Manhattan Acting Supreme Court Justice Analisa J. Torres criticized NYPD's policing tactics in New York City Housing Authority Developments in a decision released Wednesday, saying that police officers must have a legally meaningful reason to stop, question and frisk. Steven Banks, Attorney-in-Chief of The Legal Aid Society, told The New York Times that the officer in the case candidly admitted in his testimony that police could simply question anyone they encountered inside a public housing building.
"This is a serious daily occurrence," Banks said, which led The Legal Aid Society to file a federal class action lawsuit in January against the NYPD and the New York City Housing Authority charging that public housing tenants and their visitors are subjected to unlawful trespass arrests. The law firm of Paul, Weiss, Rifkind, Wharton & Garrison LLP and NAACP Legal Defense and Educational Fund are co-counsel on the case.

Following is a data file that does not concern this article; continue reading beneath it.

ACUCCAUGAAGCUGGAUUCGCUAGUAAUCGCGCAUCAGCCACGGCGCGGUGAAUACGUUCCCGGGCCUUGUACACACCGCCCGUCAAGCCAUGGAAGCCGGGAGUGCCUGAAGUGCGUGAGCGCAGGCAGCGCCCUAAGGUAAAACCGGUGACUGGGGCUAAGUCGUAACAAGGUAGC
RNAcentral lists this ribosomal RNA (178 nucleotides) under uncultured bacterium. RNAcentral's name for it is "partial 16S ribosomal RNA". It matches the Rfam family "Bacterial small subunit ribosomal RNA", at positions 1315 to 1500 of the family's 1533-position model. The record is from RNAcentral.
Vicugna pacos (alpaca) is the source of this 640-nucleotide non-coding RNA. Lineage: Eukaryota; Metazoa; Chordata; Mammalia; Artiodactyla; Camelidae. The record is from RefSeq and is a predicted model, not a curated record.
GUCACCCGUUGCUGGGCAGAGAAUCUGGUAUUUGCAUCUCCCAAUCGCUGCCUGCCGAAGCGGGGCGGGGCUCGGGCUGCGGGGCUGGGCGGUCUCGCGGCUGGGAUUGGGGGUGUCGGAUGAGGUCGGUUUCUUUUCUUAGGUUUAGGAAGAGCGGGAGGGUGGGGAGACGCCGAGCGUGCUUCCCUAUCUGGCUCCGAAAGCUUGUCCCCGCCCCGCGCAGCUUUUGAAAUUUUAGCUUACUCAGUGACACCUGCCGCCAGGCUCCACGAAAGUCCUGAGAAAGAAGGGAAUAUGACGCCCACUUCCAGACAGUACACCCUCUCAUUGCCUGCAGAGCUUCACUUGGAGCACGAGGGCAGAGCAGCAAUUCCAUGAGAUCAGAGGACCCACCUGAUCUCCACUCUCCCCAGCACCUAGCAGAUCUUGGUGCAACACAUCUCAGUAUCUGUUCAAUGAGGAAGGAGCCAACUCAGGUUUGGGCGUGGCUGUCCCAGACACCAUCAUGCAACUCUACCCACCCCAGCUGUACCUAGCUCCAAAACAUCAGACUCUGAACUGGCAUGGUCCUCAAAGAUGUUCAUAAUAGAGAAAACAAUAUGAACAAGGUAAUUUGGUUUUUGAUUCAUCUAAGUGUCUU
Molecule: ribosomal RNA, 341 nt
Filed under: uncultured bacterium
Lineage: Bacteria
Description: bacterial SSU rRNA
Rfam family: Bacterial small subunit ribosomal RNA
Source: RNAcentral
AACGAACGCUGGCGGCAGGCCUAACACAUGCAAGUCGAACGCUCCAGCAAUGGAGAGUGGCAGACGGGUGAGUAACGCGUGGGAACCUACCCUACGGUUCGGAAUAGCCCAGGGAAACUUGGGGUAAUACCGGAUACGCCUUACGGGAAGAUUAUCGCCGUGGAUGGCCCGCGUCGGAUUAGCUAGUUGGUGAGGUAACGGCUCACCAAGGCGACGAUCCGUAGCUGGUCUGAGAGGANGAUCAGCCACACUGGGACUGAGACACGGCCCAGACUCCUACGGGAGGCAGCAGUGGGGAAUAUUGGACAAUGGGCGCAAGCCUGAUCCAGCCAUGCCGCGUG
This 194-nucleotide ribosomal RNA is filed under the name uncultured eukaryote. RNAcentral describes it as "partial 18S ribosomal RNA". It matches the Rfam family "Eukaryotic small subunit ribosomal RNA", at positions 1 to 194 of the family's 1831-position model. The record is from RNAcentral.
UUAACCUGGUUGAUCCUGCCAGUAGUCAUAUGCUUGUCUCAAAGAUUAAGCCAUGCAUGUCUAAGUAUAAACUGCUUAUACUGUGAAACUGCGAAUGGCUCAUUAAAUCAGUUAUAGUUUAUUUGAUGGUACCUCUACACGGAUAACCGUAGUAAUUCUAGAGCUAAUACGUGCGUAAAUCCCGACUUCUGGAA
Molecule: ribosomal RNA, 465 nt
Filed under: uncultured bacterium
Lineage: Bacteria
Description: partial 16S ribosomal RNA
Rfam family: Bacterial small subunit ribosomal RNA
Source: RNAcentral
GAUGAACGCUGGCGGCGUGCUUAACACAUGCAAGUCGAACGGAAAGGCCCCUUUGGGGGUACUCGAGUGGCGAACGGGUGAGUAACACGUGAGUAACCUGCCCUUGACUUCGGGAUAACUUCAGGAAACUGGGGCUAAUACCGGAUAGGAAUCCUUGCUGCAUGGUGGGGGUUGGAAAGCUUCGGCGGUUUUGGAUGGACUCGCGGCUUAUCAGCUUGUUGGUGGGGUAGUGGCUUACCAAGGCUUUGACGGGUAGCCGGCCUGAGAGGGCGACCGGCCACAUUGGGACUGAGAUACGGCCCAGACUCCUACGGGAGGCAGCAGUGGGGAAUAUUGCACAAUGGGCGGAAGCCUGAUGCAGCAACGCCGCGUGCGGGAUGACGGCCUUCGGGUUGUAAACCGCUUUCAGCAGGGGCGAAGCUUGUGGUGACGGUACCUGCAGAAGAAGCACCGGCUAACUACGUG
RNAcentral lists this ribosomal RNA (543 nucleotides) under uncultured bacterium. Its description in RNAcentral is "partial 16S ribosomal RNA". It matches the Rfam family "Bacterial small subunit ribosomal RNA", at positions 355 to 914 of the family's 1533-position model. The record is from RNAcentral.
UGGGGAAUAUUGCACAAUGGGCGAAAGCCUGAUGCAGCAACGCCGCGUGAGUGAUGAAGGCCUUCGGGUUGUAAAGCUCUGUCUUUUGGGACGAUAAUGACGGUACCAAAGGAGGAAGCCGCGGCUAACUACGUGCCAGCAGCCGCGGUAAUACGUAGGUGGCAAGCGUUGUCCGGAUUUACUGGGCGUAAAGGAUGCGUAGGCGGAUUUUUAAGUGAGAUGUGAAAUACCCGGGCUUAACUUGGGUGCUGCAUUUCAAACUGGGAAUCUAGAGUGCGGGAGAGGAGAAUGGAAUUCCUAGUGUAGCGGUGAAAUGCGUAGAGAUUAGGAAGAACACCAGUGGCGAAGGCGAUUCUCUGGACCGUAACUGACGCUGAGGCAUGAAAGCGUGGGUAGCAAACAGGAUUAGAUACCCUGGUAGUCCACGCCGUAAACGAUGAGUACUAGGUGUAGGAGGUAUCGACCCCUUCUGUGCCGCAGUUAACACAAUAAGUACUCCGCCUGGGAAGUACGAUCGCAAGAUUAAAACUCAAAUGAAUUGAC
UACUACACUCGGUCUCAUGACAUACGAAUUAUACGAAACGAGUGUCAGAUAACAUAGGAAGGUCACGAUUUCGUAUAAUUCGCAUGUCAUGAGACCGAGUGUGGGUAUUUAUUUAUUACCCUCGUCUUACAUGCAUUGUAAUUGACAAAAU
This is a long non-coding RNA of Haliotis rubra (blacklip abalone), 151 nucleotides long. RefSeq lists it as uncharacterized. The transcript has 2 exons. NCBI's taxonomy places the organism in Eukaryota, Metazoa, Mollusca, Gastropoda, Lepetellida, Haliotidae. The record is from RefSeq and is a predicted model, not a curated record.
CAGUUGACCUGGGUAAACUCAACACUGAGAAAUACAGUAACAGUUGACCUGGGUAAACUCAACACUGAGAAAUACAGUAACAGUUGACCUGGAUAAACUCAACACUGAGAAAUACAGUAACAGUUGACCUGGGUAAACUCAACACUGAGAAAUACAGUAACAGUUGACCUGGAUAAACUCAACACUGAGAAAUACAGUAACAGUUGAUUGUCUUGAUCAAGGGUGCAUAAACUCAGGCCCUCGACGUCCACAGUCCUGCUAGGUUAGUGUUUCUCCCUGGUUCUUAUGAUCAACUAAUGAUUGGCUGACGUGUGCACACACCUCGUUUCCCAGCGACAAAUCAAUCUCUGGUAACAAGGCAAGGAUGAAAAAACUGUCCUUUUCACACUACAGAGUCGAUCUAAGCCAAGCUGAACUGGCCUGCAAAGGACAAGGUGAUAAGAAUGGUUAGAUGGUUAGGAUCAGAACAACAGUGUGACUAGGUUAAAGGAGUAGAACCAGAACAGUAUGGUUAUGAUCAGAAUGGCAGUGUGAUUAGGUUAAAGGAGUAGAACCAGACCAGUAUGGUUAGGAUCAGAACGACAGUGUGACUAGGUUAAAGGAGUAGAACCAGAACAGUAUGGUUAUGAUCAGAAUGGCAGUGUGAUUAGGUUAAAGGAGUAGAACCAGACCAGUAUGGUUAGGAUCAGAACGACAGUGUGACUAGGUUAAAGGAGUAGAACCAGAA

The New York Times
Judge Criticizes Stop-and-Frisk Police Tactics in Housing Projects
December 23, 2010
By Al Baker and Janet Roberts
A Manhattan judge criticized the policing tactics in New York City Housing Authority developments, ruling on Tuesday that officers appeared to be routinely flouting the law by questioning people without legal justification.
The decision by acting Supreme Court Justice Analisa J. Torres barred the admission of 29 plastic bags of cocaine that the police seized last February from Jose Ventura in the lobby of the Baruch Houses on the Lower East Side.